Developing Unified and Coherent Paragraphs
A paragraph is unified when every sentence develops the point made in the topic sentence. It must have a single focus and it must contain no irrelevant facts. Every sentence must contribute to the paragraph by explaining, exemplifying, or expanding the topic sentence. In order to determine whether a paragraph is well developed or not, ask yourself: "What main point am I trying to convey here?" (Topic sentence) and then "Does every sentence clearly relate to this idea?" There are several ways in which you can build good, clear paragraphs. This section will discuss three of the most common types of paragraph structure: development by detail, comparison and contrast, and process. Finally, it will suggest that most paragraphs are built of a combination of development strategies.
Methods of Paragraph Development
* Paragraph Development by Detail/Particular
* This is the most common and easiest form of paragraph development: you simply expand on a general topic sentence using specific examples or illustrations. Look at the following paragraph (you may have encountered it before): * Example:
Work tends to be associated with non-work-specific environments, activities, and schedules. If asked what space is reserved for learning, many students would suggest the classroom, the lab or the library. What about the kitchen? The bedroom? In fact, any room in which a student habitually studies becomes a learning space, or a place associated with thinking. Some people need to engage in sports or other physical activity before they can work successfully. Being sedentary seems to inspire others. Although most classes are scheduled between 8:30 and 22:00, some students do their best work before the sun rises, some after it sets. Some need a less flexible schedule than others, while a very few can sit and not rise until their task is completed. Some students work quickly and efficiently, while others cannot produce anything without much dust and heat. * The topic sentence makes a general claim: that school work tends not to be associated only with school. The rest of the sentences provide various illustrations of this argument. They are organised around the three categories, "environment, activities, and schedules," enumerated in the topic sentence. The details provide the concrete examples which your reader will use to evaluate the credibility of your topic sentence.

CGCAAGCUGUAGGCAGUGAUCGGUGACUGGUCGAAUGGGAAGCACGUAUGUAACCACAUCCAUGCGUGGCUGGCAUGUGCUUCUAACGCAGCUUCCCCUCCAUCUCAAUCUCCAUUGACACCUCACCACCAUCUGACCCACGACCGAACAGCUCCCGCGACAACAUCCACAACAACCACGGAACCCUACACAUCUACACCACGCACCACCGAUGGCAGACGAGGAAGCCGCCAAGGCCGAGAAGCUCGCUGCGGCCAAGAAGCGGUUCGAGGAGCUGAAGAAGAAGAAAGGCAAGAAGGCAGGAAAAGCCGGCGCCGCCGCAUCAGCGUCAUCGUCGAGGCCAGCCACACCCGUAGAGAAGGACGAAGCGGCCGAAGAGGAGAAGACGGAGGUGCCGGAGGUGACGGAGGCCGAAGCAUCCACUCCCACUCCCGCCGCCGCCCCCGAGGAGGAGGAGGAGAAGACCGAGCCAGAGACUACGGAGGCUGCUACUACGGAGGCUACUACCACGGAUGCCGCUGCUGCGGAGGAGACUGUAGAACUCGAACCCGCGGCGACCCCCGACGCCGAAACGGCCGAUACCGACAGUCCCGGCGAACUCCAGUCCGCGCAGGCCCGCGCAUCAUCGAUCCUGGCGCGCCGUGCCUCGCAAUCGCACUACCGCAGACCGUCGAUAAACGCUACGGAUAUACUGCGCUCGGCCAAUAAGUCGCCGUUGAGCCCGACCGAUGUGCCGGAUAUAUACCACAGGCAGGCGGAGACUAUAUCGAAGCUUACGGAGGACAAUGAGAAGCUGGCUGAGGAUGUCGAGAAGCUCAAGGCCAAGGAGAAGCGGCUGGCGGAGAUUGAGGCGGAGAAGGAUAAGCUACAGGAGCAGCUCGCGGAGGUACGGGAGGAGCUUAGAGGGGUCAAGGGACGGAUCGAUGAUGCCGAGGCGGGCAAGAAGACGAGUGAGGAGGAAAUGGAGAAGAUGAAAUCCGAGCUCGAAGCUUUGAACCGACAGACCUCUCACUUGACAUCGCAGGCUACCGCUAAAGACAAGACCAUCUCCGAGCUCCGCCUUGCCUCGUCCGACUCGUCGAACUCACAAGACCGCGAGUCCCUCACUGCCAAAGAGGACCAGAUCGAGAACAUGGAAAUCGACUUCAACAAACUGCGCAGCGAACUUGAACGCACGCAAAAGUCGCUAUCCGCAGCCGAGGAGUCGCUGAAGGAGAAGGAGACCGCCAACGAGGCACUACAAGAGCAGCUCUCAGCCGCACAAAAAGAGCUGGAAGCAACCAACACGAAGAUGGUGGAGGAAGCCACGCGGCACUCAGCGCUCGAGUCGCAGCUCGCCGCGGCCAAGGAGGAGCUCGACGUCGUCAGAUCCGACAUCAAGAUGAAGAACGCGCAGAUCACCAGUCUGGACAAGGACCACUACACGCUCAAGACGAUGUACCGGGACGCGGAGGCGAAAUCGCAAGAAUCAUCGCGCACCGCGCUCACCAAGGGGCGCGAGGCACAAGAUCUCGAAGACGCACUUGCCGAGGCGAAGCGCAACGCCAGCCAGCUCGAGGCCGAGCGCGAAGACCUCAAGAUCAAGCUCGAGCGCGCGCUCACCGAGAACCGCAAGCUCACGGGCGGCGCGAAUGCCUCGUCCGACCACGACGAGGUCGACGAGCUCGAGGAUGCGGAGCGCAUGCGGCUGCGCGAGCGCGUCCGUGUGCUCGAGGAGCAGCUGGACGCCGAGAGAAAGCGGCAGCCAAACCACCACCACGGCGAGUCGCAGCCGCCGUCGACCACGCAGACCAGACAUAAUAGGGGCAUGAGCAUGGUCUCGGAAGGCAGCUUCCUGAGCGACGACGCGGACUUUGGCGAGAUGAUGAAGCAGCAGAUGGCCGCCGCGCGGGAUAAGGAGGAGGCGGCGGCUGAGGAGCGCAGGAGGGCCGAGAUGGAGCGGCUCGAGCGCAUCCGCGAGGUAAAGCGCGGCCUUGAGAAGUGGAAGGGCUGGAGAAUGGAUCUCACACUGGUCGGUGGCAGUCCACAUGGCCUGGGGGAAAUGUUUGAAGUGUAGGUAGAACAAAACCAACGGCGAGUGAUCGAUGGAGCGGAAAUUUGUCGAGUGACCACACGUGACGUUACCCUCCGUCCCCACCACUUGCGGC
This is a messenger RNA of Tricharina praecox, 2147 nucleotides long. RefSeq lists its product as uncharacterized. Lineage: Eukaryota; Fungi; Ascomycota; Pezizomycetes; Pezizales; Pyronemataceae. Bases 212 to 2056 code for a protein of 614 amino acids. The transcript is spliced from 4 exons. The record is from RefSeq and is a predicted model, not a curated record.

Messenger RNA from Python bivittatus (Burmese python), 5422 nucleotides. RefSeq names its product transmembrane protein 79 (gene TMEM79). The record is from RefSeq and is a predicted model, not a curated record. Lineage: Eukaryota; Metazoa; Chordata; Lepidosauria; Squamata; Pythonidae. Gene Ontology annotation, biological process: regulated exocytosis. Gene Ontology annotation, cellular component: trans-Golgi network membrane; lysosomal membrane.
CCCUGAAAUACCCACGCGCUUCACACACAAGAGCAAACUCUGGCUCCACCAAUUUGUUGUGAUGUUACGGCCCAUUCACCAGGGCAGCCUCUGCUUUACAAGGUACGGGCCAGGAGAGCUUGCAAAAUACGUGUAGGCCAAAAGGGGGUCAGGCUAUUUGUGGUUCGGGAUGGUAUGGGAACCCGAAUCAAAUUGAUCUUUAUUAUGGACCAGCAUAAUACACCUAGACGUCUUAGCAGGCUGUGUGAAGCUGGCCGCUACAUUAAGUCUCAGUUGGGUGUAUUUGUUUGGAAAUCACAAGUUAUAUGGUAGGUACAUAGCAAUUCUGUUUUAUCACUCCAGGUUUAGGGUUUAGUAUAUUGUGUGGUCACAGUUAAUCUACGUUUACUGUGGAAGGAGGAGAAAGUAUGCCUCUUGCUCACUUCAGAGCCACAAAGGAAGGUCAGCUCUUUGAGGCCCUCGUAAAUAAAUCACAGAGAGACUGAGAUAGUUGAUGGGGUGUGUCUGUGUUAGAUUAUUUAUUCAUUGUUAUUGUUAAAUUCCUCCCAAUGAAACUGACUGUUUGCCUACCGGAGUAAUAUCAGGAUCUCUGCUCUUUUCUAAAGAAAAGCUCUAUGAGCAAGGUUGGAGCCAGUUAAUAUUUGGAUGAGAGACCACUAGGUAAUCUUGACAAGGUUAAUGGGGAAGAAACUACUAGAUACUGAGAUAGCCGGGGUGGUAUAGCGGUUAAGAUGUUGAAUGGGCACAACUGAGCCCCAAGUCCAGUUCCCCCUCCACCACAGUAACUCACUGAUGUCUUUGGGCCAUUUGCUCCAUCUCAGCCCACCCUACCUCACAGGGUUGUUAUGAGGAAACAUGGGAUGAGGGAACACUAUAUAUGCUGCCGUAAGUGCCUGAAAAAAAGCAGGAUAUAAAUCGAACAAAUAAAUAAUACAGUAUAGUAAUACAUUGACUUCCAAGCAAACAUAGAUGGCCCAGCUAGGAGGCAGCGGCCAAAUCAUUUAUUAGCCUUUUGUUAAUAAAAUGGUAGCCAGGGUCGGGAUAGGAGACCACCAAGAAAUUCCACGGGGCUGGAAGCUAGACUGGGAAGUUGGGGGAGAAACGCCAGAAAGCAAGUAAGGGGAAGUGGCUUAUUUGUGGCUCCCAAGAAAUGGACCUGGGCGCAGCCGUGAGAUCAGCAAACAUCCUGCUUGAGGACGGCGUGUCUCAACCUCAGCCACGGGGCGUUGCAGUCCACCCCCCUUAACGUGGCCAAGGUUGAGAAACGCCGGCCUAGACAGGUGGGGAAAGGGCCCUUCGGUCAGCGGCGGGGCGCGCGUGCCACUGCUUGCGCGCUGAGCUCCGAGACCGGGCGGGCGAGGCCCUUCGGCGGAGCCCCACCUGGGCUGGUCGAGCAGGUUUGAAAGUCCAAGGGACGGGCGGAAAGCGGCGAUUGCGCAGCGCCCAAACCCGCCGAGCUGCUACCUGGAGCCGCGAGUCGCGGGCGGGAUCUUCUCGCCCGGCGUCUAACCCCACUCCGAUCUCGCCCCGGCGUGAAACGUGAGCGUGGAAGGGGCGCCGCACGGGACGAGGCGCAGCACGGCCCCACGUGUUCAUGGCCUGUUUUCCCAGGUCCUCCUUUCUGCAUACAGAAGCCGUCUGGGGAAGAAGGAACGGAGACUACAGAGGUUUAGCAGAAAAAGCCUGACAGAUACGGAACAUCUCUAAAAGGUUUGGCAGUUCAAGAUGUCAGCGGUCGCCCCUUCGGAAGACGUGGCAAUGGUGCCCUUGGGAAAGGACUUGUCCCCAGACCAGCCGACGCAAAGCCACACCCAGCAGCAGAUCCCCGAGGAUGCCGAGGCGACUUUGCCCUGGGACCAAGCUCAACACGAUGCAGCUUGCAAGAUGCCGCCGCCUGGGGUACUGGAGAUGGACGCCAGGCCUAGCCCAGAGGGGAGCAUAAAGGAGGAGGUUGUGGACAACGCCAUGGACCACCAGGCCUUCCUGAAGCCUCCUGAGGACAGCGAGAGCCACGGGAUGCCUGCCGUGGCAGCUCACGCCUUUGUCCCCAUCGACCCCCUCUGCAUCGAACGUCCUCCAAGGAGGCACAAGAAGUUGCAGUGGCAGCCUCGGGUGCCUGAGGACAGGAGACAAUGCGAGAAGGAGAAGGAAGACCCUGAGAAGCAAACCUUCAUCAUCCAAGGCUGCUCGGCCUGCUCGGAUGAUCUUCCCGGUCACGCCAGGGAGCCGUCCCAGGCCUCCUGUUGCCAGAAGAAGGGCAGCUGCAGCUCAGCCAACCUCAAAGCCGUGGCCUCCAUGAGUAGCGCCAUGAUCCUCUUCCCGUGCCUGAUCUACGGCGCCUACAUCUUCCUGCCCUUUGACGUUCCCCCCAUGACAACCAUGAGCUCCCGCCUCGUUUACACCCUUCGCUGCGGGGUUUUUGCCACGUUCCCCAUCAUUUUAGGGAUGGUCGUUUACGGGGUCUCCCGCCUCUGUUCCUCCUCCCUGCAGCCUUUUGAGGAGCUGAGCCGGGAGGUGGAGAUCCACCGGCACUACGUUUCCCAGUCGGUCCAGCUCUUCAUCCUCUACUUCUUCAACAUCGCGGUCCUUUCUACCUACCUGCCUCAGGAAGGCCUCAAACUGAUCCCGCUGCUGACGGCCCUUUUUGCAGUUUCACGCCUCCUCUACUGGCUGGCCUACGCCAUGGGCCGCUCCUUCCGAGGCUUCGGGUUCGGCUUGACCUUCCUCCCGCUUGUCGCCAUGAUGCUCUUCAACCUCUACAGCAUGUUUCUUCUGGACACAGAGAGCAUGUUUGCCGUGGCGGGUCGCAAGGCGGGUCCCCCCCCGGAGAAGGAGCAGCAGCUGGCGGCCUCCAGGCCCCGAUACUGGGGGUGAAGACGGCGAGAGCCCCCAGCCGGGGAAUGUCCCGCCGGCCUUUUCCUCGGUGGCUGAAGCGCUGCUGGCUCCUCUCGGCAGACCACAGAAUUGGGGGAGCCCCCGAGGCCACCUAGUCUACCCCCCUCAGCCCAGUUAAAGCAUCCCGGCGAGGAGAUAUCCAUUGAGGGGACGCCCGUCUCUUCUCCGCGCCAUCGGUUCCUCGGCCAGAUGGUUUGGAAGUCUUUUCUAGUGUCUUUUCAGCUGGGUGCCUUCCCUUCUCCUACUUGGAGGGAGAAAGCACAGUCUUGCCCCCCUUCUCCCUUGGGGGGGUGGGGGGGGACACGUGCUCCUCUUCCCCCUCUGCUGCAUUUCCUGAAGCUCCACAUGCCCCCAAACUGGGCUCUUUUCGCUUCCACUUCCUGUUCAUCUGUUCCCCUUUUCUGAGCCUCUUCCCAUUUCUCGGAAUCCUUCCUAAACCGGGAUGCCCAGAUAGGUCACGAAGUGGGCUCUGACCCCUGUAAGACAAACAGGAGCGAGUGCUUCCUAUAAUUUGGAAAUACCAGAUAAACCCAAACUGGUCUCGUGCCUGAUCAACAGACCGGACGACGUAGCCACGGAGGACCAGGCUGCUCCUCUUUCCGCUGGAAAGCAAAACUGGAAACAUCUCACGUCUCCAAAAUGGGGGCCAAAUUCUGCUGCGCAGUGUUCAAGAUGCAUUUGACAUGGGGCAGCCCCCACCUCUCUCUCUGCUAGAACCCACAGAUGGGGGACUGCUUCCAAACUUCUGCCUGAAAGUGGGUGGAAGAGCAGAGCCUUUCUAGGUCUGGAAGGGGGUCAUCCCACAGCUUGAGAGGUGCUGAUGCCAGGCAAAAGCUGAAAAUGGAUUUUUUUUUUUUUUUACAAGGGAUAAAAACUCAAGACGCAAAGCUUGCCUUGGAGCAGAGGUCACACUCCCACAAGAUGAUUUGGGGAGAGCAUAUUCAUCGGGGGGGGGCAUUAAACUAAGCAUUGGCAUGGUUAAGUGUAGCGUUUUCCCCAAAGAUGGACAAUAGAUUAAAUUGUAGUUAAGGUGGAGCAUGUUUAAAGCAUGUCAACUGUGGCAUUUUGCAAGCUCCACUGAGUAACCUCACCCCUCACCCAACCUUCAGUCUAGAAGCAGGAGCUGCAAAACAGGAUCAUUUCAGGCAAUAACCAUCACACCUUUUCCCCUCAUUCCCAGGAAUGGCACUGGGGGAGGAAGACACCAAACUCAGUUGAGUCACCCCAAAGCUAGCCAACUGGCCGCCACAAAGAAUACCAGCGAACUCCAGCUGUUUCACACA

* Paragraph Development by Description
* Description is a method of paragraph development wherein you create vivid pictures or images of a story or instance through the use of words. Normally, adjectives are used in this method. In writing a descriptive paragraph, you need to make use of sensory details, i.e.—details which comes to your senses (smell, touch, taste, hearing and sight).
I believe many men, if not all, have their own standards of an ideal girl apart mostly from the most obvious one which is more of a physical judgment with women (one that has a "coke-like body," one who's mestiza, with long black shiny hair, etc, etc. etc..). Of course, I can't deny that women having such qualities are sexually appealing for all Adams and I would regard it to be even nicer and a great blessing if my "soul mate" would possess such qualities as well as a similar degree of beauty within. I don't really need an "accessory" type of a girlfriend (one who men only courts for the purpose of bragging about her appeal among his friends and peers). As all humans have their individual flaws, she should be honest to show who she is and not being pretentious about who she should be in front of my friends and family. She should, however, know how to control herself at a certain degree. She should also be knowledgeable about the proper etiquette of a woman because in the near future, she would carry my name upon marriage.
* Paragraph Development by Comparison & Contrast
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